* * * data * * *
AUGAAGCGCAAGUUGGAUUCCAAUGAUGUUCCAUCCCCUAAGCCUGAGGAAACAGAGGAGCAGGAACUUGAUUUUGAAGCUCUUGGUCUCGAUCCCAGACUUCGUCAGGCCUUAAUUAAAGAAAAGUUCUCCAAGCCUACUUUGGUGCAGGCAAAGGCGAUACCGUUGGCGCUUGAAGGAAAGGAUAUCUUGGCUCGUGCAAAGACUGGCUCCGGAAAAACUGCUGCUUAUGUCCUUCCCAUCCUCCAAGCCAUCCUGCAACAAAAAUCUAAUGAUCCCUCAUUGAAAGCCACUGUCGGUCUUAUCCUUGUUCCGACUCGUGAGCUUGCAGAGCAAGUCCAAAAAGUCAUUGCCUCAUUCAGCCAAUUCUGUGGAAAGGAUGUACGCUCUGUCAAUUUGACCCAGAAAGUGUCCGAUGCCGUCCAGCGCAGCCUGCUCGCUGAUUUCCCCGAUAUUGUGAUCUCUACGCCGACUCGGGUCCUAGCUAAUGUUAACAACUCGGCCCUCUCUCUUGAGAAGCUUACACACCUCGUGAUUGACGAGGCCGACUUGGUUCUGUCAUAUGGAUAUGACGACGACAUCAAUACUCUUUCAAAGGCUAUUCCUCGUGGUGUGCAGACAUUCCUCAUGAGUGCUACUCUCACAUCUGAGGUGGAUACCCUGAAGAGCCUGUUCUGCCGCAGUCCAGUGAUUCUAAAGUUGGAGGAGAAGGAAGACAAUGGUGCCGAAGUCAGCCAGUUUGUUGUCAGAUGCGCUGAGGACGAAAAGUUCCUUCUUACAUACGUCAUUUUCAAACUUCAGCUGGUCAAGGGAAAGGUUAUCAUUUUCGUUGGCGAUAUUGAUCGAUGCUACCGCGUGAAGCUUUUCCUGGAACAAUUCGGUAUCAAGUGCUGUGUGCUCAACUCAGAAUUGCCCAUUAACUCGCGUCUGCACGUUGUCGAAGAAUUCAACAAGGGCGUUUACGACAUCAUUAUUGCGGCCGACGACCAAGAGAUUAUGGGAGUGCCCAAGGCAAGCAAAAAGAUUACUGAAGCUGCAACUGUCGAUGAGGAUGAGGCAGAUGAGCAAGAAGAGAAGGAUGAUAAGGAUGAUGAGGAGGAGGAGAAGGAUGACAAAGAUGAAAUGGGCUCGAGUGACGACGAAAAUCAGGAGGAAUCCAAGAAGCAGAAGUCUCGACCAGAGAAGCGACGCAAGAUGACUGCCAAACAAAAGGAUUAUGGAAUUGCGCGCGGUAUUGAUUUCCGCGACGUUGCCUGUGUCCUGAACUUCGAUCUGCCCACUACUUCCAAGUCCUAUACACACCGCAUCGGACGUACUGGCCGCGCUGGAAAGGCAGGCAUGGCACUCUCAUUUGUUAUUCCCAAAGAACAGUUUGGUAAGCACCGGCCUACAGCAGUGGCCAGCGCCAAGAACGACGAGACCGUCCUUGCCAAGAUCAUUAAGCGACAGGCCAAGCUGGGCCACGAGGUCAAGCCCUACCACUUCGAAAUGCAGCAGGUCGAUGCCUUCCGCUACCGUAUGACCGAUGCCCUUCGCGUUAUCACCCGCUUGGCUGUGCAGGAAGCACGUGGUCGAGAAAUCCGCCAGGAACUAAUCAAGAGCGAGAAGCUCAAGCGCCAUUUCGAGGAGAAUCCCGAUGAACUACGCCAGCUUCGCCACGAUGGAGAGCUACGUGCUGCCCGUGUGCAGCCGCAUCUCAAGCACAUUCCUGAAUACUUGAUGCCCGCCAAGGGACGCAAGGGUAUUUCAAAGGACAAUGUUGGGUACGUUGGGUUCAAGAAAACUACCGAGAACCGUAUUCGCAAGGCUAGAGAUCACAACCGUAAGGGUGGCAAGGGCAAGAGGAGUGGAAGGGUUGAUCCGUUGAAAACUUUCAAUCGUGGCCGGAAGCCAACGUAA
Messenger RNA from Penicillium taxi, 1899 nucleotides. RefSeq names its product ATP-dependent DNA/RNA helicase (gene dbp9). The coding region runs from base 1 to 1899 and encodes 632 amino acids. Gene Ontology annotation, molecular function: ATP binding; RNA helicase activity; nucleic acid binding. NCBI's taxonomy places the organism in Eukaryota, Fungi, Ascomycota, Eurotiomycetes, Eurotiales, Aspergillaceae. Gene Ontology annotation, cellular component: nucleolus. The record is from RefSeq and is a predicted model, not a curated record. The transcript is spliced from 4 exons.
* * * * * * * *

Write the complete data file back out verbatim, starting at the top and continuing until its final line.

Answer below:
AUGAAGCGCAAGUUGGAUUCCAAUGAUGUUCCAUCCCCUAAGCCUGAGGAAACAGAGGAGCAGGAACUUGAUUUUGAAGCUCUUGGUCUCGAUCCCAGACUUCGUCAGGCCUUAAUUAAAGAAAAGUUCUCCAAGCCUACUUUGGUGCAGGCAAAGGCGAUACCGUUGGCGCUUGAAGGAAAGGAUAUCUUGGCUCGUGCAAAGACUGGCUCCGGAAAAACUGCUGCUUAUGUCCUUCCCAUCCUCCAAGCCAUCCUGCAACAAAAAUCUAAUGAUCCCUCAUUGAAAGCCACUGUCGGUCUUAUCCUUGUUCCGACUCGUGAGCUUGCAGAGCAAGUCCAAAAAGUCAUUGCCUCAUUCAGCCAAUUCUGUGGAAAGGAUGUACGCUCUGUCAAUUUGACCCAGAAAGUGUCCGAUGCCGUCCAGCGCAGCCUGCUCGCUGAUUUCCCCGAUAUUGUGAUCUCUACGCCGACUCGGGUCCUAGCUAAUGUUAACAACUCGGCCCUCUCUCUUGAGAAGCUUACACACCUCGUGAUUGACGAGGCCGACUUGGUUCUGUCAUAUGGAUAUGACGACGACAUCAAUACUCUUUCAAAGGCUAUUCCUCGUGGUGUGCAGACAUUCCUCAUGAGUGCUACUCUCACAUCUGAGGUGGAUACCCUGAAGAGCCUGUUCUGCCGCAGUCCAGUGAUUCUAAAGUUGGAGGAGAAGGAAGACAAUGGUGCCGAAGUCAGCCAGUUUGUUGUCAGAUGCGCUGAGGACGAAAAGUUCCUUCUUACAUACGUCAUUUUCAAACUUCAGCUGGUCAAGGGAAAGGUUAUCAUUUUCGUUGGCGAUAUUGAUCGAUGCUACCGCGUGAAGCUUUUCCUGGAACAAUUCGGUAUCAAGUGCUGUGUGCUCAACUCAGAAUUGCCCAUUAACUCGCGUCUGCACGUUGUCGAAGAAUUCAACAAGGGCGUUUACGACAUCAUUAUUGCGGCCGACGACCAAGAGAUUAUGGGAGUGCCCAAGGCAAGCAAAAAGAUUACUGAAGCUGCAACUGUCGAUGAGGAUGAGGCAGAUGAGCAAGAAGAGAAGGAUGAUAAGGAUGAUGAGGAGGAGGAGAAGGAUGACAAAGAUGAAAUGGGCUCGAGUGACGACGAAAAUCAGGAGGAAUCCAAGAAGCAGAAGUCUCGACCAGAGAAGCGACGCAAGAUGACUGCCAAACAAAAGGAUUAUGGAAUUGCGCGCGGUAUUGAUUUCCGCGACGUUGCCUGUGUCCUGAACUUCGAUCUGCCCACUACUUCCAAGUCCUAUACACACCGCAUCGGACGUACUGGCCGCGCUGGAAAGGCAGGCAUGGCACUCUCAUUUGUUAUUCCCAAAGAACAGUUUGGUAAGCACCGGCCUACAGCAGUGGCCAGCGCCAAGAACGACGAGACCGUCCUUGCCAAGAUCAUUAAGCGACAGGCCAAGCUGGGCCACGAGGUCAAGCCCUACCACUUCGAAAUGCAGCAGGUCGAUGCCUUCCGCUACCGUAUGACCGAUGCCCUUCGCGUUAUCACCCGCUUGGCUGUGCAGGAAGCACGUGGUCGAGAAAUCCGCCAGGAACUAAUCAAGAGCGAGAAGCUCAAGCGCCAUUUCGAGGAGAAUCCCGAUGAACUACGCCAGCUUCGCCACGAUGGAGAGCUACGUGCUGCCCGUGUGCAGCCGCAUCUCAAGCACAUUCCUGAAUACUUGAUGCCCGCCAAGGGACGCAAGGGUAUUUCAAAGGACAAUGUUGGGUACGUUGGGUUCAAGAAAACUACCGAGAACCGUAUUCGCAAGGCUAGAGAUCACAACCGUAAGGGUGGCAAGGGCAAGAGGAGUGGAAGGGUUGAUCCGUUGAAAACUUUCAAUCGUGGCCGGAAGCCAACGUAA
Messenger RNA from Penicillium taxi, 1899 nucleotides. RefSeq names its product ATP-dependent DNA/RNA helicase (gene dbp9). The coding region runs from base 1 to 1899 and encodes 632 amino acids. Gene Ontology annotation, molecular function: ATP binding; RNA helicase activity; nucleic acid binding. NCBI's taxonomy places the organism in Eukaryota, Fungi, Ascomycota, Eurotiomycetes, Eurotiales, Aspergillaceae. Gene Ontology annotation, cellular component: nucleolus. The record is from RefSeq and is a predicted model, not a curated record. The transcript is spliced from 4 exons.